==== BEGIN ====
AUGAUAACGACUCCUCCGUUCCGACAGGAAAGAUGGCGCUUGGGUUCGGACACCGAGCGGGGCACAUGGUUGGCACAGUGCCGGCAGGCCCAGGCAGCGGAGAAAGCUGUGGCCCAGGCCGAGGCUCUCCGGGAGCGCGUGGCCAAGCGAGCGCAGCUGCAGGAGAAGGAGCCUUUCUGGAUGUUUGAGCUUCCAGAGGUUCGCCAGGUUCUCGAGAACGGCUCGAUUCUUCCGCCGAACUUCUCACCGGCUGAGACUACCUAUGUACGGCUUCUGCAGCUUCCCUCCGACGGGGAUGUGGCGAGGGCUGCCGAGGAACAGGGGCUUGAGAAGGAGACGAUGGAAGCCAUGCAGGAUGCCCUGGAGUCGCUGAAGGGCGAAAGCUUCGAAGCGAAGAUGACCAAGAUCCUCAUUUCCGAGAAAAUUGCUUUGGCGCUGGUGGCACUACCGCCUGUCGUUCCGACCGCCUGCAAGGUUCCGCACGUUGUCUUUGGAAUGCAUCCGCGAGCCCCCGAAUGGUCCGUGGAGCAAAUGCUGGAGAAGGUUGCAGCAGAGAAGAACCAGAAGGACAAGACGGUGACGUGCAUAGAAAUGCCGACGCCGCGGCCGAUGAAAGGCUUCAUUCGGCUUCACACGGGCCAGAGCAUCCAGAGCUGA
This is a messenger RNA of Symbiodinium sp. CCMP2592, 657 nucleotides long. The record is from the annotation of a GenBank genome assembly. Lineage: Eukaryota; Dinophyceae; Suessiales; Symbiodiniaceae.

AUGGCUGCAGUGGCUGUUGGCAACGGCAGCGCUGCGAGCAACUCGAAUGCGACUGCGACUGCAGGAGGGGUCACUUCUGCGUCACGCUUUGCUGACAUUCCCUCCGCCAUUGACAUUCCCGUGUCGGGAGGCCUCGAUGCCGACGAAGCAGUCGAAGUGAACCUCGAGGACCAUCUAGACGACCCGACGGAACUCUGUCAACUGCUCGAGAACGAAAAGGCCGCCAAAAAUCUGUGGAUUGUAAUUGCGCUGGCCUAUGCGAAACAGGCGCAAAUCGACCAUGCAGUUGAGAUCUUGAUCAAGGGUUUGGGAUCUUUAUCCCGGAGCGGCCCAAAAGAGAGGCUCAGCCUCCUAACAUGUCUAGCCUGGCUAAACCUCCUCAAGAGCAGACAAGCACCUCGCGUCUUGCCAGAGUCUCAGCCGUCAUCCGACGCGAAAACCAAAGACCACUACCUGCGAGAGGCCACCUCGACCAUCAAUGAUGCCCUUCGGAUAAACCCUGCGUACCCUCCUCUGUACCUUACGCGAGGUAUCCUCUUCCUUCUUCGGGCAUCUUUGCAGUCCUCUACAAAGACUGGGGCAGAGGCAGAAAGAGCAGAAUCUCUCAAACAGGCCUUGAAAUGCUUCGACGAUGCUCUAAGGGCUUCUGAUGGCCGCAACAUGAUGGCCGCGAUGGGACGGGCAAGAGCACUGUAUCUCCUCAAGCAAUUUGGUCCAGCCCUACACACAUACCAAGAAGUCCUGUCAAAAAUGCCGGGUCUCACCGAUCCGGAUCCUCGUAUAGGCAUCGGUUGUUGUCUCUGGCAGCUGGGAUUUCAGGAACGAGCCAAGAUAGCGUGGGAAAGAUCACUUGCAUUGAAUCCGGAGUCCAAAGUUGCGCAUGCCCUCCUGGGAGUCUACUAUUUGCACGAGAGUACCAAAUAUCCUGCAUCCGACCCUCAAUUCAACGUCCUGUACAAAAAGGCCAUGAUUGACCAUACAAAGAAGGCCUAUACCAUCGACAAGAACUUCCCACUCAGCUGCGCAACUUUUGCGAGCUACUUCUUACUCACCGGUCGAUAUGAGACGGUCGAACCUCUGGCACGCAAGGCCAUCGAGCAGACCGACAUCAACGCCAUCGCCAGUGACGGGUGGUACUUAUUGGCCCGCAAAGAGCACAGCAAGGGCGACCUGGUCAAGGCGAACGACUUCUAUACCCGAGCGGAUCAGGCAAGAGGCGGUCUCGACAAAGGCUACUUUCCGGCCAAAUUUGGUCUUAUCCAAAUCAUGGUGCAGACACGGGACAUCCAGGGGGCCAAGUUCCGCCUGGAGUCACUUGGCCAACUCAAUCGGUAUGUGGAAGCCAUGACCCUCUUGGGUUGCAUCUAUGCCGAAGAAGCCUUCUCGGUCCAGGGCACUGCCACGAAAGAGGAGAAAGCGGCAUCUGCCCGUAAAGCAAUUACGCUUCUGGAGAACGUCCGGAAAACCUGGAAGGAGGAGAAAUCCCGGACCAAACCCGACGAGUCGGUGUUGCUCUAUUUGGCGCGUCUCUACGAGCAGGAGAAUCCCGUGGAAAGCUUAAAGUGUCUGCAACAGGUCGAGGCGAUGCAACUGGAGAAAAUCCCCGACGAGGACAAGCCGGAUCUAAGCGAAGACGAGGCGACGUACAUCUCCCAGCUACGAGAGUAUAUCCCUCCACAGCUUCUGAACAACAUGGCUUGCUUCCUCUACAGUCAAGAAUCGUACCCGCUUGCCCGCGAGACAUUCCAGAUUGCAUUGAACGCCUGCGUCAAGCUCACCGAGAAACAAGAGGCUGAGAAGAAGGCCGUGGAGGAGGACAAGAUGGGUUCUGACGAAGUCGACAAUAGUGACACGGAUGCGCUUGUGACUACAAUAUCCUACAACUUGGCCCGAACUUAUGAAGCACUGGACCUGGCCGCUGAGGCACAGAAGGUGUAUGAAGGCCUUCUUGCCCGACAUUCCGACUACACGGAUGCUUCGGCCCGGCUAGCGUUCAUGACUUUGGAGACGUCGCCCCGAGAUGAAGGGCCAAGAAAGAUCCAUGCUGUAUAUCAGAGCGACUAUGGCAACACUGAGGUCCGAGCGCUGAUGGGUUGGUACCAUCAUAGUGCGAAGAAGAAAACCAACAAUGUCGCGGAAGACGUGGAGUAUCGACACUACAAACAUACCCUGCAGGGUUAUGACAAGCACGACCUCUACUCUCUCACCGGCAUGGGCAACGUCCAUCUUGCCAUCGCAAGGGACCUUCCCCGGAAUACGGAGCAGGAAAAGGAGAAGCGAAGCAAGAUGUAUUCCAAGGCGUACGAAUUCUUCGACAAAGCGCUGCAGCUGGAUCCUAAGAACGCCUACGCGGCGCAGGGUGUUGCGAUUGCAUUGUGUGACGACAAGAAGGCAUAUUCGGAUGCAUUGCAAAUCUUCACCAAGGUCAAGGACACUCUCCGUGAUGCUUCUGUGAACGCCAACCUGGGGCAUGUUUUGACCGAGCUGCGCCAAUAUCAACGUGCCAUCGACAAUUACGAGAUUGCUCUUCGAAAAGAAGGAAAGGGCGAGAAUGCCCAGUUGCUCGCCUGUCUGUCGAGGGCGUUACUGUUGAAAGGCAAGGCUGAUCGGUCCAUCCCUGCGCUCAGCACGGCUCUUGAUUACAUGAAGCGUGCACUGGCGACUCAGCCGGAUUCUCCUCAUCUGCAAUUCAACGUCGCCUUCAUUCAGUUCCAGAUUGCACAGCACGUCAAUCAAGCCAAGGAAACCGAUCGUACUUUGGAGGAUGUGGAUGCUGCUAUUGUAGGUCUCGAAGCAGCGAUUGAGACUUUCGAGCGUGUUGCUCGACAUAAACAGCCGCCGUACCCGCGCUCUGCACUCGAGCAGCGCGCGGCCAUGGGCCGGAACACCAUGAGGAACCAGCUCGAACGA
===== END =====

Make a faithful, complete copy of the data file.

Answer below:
AUGAUAACGACUCCUCCGUUCCGACAGGAAAGAUGGCGCUUGGGUUCGGACACCGAGCGGGGCACAUGGUUGGCACAGUGCCGGCAGGCCCAGGCAGCGGAGAAAGCUGUGGCCCAGGCCGAGGCUCUCCGGGAGCGCGUGGCCAAGCGAGCGCAGCUGCAGGAGAAGGAGCCUUUCUGGAUGUUUGAGCUUCCAGAGGUUCGCCAGGUUCUCGAGAACGGCUCGAUUCUUCCGCCGAACUUCUCACCGGCUGAGACUACCUAUGUACGGCUUCUGCAGCUUCCCUCCGACGGGGAUGUGGCGAGGGCUGCCGAGGAACAGGGGCUUGAGAAGGAGACGAUGGAAGCCAUGCAGGAUGCCCUGGAGUCGCUGAAGGGCGAAAGCUUCGAAGCGAAGAUGACCAAGAUCCUCAUUUCCGAGAAAAUUGCUUUGGCGCUGGUGGCACUACCGCCUGUCGUUCCGACCGCCUGCAAGGUUCCGCACGUUGUCUUUGGAAUGCAUCCGCGAGCCCCCGAAUGGUCCGUGGAGCAAAUGCUGGAGAAGGUUGCAGCAGAGAAGAACCAGAAGGACAAGACGGUGACGUGCAUAGAAAUGCCGACGCCGCGGCCGAUGAAAGGCUUCAUUCGGCUUCACACGGGCCAGAGCAUCCAGAGCUGA
This is a messenger RNA of Symbiodinium sp. CCMP2592, 657 nucleotides long. The record is from the annotation of a GenBank genome assembly. Lineage: Eukaryota; Dinophyceae; Suessiales; Symbiodiniaceae.

AUGGCUGCAGUGGCUGUUGGCAACGGCAGCGCUGCGAGCAACUCGAAUGCGACUGCGACUGCAGGAGGGGUCACUUCUGCGUCACGCUUUGCUGACAUUCCCUCCGCCAUUGACAUUCCCGUGUCGGGAGGCCUCGAUGCCGACGAAGCAGUCGAAGUGAACCUCGAGGACCAUCUAGACGACCCGACGGAACUCUGUCAACUGCUCGAGAACGAAAAGGCCGCCAAAAAUCUGUGGAUUGUAAUUGCGCUGGCCUAUGCGAAACAGGCGCAAAUCGACCAUGCAGUUGAGAUCUUGAUCAAGGGUUUGGGAUCUUUAUCCCGGAGCGGCCCAAAAGAGAGGCUCAGCCUCCUAACAUGUCUAGCCUGGCUAAACCUCCUCAAGAGCAGACAAGCACCUCGCGUCUUGCCAGAGUCUCAGCCGUCAUCCGACGCGAAAACCAAAGACCACUACCUGCGAGAGGCCACCUCGACCAUCAAUGAUGCCCUUCGGAUAAACCCUGCGUACCCUCCUCUGUACCUUACGCGAGGUAUCCUCUUCCUUCUUCGGGCAUCUUUGCAGUCCUCUACAAAGACUGGGGCAGAGGCAGAAAGAGCAGAAUCUCUCAAACAGGCCUUGAAAUGCUUCGACGAUGCUCUAAGGGCUUCUGAUGGCCGCAACAUGAUGGCCGCGAUGGGACGGGCAAGAGCACUGUAUCUCCUCAAGCAAUUUGGUCCAGCCCUACACACAUACCAAGAAGUCCUGUCAAAAAUGCCGGGUCUCACCGAUCCGGAUCCUCGUAUAGGCAUCGGUUGUUGUCUCUGGCAGCUGGGAUUUCAGGAACGAGCCAAGAUAGCGUGGGAAAGAUCACUUGCAUUGAAUCCGGAGUCCAAAGUUGCGCAUGCCCUCCUGGGAGUCUACUAUUUGCACGAGAGUACCAAAUAUCCUGCAUCCGACCCUCAAUUCAACGUCCUGUACAAAAAGGCCAUGAUUGACCAUACAAAGAAGGCCUAUACCAUCGACAAGAACUUCCCACUCAGCUGCGCAACUUUUGCGAGCUACUUCUUACUCACCGGUCGAUAUGAGACGGUCGAACCUCUGGCACGCAAGGCCAUCGAGCAGACCGACAUCAACGCCAUCGCCAGUGACGGGUGGUACUUAUUGGCCCGCAAAGAGCACAGCAAGGGCGACCUGGUCAAGGCGAACGACUUCUAUACCCGAGCGGAUCAGGCAAGAGGCGGUCUCGACAAAGGCUACUUUCCGGCCAAAUUUGGUCUUAUCCAAAUCAUGGUGCAGACACGGGACAUCCAGGGGGCCAAGUUCCGCCUGGAGUCACUUGGCCAACUCAAUCGGUAUGUGGAAGCCAUGACCCUCUUGGGUUGCAUCUAUGCCGAAGAAGCCUUCUCGGUCCAGGGCACUGCCACGAAAGAGGAGAAAGCGGCAUCUGCCCGUAAAGCAAUUACGCUUCUGGAGAACGUCCGGAAAACCUGGAAGGAGGAGAAAUCCCGGACCAAACCCGACGAGUCGGUGUUGCUCUAUUUGGCGCGUCUCUACGAGCAGGAGAAUCCCGUGGAAAGCUUAAAGUGUCUGCAACAGGUCGAGGCGAUGCAACUGGAGAAAAUCCCCGACGAGGACAAGCCGGAUCUAAGCGAAGACGAGGCGACGUACAUCUCCCAGCUACGAGAGUAUAUCCCUCCACAGCUUCUGAACAACAUGGCUUGCUUCCUCUACAGUCAAGAAUCGUACCCGCUUGCCCGCGAGACAUUCCAGAUUGCAUUGAACGCCUGCGUCAAGCUCACCGAGAAACAAGAGGCUGAGAAGAAGGCCGUGGAGGAGGACAAGAUGGGUUCUGACGAAGUCGACAAUAGUGACACGGAUGCGCUUGUGACUACAAUAUCCUACAACUUGGCCCGAACUUAUGAAGCACUGGACCUGGCCGCUGAGGCACAGAAGGUGUAUGAAGGCCUUCUUGCCCGACAUUCCGACUACACGGAUGCUUCGGCCCGGCUAGCGUUCAUGACUUUGGAGACGUCGCCCCGAGAUGAAGGGCCAAGAAAGAUCCAUGCUGUAUAUCAGAGCGACUAUGGCAACACUGAGGUCCGAGCGCUGAUGGGUUGGUACCAUCAUAGUGCGAAGAAGAAAACCAACAAUGUCGCGGAAGACGUGGAGUAUCGACACUACAAACAUACCCUGCAGGGUUAUGACAAGCACGACCUCUACUCUCUCACCGGCAUGGGCAACGUCCAUCUUGCCAUCGCAAGGGACCUUCCCCGGAAUACGGAGCAGGAAAAGGAGAAGCGAAGCAAGAUGUAUUCCAAGGCGUACGAAUUCUUCGACAAAGCGCUGCAGCUGGAUCCUAAGAACGCCUACGCGGCGCAGGGUGUUGCGAUUGCAUUGUGUGACGACAAGAAGGCAUAUUCGGAUGCAUUGCAAAUCUUCACCAAGGUCAAGGACACUCUCCGUGAUGCUUCUGUGAACGCCAACCUGGGGCAUGUUUUGACCGAGCUGCGCCAAUAUCAACGUGCCAUCGACAAUUACGAGAUUGCUCUUCGAAAAGAAGGAAAGGGCGAGAAUGCCCAGUUGCUCGCCUGUCUGUCGAGGGCGUUACUGUUGAAAGGCAAGGCUGAUCGGUCCAUCCCUGCGCUCAGCACGGCUCUUGAUUACAUGAAGCGUGCACUGGCGACUCAGCCGGAUUCUCCUCAUCUGCAAUUCAACGUCGCCUUCAUUCAGUUCCAGAUUGCACAGCACGUCAAUCAAGCCAAGGAAACCGAUCGUACUUUGGAGGAUGUGGAUGCUGCUAUUGUAGGUCUCGAAGCAGCGAUUGAGACUUUCGAGCGUGUUGCUCGACAUAAACAGCCGCCGUACCCGCGCUCUGCACUCGAGCAGCGCGCGGCCAUGGGCCGGAACACCAUGAGGAACCAGCUCGAACGA